In a recent post you mentioned unbuckling your ALICE belt when going prone. I learned a little trick in ROTC using a carabiner and two pieces of 550 [parachute] cord. First, adjust belt the way you want it. Second, tie the two pieces of 550 cord onto the end of the ALICE belt and hook them together with the carabiner. Adjust the length of the 550 cord to get the slack needed when going prone. This allows you to keep your belt buckled but when you need additional slack, just release the buckle and the 550 cord keeps the belt from flopping around too much. Don’t tie the 550 cord together, as the carabiner allows you to unhook the belt quickly if you fall into a creek or river and need to dump your LBE – Bill N.
Thank you for referring readers to us for advice on web gear. At BulletProofME Body Armor we are authorized dealers for Blackhawk and SpecOps tactical nylon gear, but really our focus is body armor. Normally we only do quantity orders for tactical nylon, outside of specific armor-related items we stock. But we can give some good advice on the questions to ask to help avoid major mistakes.
There is such a huge selection to choose from these days, and so many different situations, it is hard to give universal advice. Some basic questions are in order – and probably mandatory to remind “gear freaks” to keep it practical! 😉 . There is no one right solution, and all solutions have tradeoffs:
1. What are the possible situations / circumstances ? Under contract for a year of security duty in “the Sandbox”, or trying to keep the neighborhood secure during a power outage… As Stephen Covey says, “Begin with the end in mind”.
2. What do you really need to carry? More weight and bulk = less mobility. versus “two is one, and one is none”.
3. How discreet do you need to be? A basic kit on a belt might be preferred to avoid the martial image that a full chest and drop leg rig gives off. On the other hand, if you were doing a ‘Neighborhood Watch on Steroids” in a post-Hurricane Katrina type situation, you might want to be more overtly armed and armored to deter looters.
4. In a similar vein, does the setup identify you as one of the good guys? In a chaotic active shooter incident you don’t want to be the recipient of “friendly fire”.
5. Used with, or without a backpack, or day pack?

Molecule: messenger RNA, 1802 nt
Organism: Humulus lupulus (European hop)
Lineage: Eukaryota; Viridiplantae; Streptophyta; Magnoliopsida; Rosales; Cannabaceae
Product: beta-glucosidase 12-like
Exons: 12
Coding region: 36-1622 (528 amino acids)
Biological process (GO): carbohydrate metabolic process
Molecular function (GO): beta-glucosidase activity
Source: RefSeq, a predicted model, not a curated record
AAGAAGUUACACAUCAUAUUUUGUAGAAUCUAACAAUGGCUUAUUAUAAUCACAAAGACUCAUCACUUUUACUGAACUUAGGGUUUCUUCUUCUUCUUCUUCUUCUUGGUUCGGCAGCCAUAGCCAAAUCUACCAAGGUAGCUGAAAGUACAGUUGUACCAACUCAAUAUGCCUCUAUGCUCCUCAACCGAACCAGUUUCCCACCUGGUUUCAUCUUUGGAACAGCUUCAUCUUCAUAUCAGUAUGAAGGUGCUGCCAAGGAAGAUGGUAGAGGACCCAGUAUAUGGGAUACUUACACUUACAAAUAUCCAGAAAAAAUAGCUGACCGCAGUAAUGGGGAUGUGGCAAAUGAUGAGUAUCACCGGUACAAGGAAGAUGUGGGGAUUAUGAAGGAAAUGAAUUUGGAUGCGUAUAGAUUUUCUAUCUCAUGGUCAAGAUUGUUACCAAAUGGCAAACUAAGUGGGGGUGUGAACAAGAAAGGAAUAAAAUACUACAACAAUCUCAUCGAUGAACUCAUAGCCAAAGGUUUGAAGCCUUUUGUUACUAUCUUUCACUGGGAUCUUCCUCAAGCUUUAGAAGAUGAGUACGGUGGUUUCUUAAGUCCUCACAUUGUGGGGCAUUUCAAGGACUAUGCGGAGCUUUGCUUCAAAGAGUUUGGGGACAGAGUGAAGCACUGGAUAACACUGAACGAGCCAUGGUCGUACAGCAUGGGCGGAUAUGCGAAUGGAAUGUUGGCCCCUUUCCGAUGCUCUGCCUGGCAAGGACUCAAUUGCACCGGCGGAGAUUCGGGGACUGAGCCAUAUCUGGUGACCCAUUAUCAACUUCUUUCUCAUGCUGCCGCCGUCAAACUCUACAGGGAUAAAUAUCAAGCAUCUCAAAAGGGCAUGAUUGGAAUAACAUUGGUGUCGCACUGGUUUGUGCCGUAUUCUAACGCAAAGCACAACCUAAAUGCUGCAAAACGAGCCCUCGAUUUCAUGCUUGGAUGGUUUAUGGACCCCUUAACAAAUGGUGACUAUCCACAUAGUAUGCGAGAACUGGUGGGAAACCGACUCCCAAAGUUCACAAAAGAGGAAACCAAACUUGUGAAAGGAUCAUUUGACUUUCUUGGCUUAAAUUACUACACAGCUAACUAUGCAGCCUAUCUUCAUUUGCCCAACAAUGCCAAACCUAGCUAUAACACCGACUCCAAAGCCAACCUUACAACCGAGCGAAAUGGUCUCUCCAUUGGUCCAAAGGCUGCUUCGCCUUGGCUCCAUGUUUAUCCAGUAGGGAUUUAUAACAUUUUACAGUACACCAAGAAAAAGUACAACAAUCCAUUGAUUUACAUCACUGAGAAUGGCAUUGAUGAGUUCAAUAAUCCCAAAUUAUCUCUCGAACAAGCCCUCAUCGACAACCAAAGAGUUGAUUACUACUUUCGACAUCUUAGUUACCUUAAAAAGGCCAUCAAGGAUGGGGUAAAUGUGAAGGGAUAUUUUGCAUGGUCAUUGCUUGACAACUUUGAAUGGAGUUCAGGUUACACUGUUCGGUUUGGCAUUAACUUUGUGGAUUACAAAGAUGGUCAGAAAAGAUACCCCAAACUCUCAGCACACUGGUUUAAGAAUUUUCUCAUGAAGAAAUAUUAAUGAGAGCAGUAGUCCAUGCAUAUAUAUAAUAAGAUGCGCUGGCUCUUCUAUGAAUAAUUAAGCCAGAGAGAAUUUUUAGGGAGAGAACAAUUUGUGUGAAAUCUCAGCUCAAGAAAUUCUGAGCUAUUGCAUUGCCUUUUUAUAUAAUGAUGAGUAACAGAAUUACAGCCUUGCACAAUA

6. Can you access your most time-critical items standing, kneeling, sitting, prone – or in a vehicle? (By the way, the practice of putting lots of equipment on the belly area is a really bad idea when you really need to get low and prone…)
7. Can you get in a vehicle and drive reasonably comfortably with the rig on?
8. Can you keep your pistol and spare mag in the same place whether it is concealed carry, open carry, or on a tactical rig? This is so that your pistol draw (and spare magazine draw) are always the same in your muscle memory. You probably don’t have the time to do the amount of draw practice you really should right now – why add another draw to practice? Keep it simple for your muscle memory with less chance of a slow or fumbled reaction under life-threatening stress.
A similar line of reasoning applies to rifle magazine pouch placement – keep it simple and consistent.
For example, assuming you are not a full-time SWAT officer, holsters on drop legs are probably not such good idea, unless you can really make the time to practice a different draw stroke until it becomes instinctive under high stress. (We do recommend drop legs for additional ballistic protection and secondary pouches.)
A belt attached to armor is a great idea to keep it consistent, and all one piece.
9. How fast can you put the gear on? Waking up to the sound of breaking glass at 3 a.m., or a patrol officer pulling up to a bad scene – then it had better be fast to throw on. Keeping it to just a belt is faster, or all web gear on one piece of armor with MOLLE [attachment points].
Some options for speed:
Yours truly, – Nick at BulletProofME.com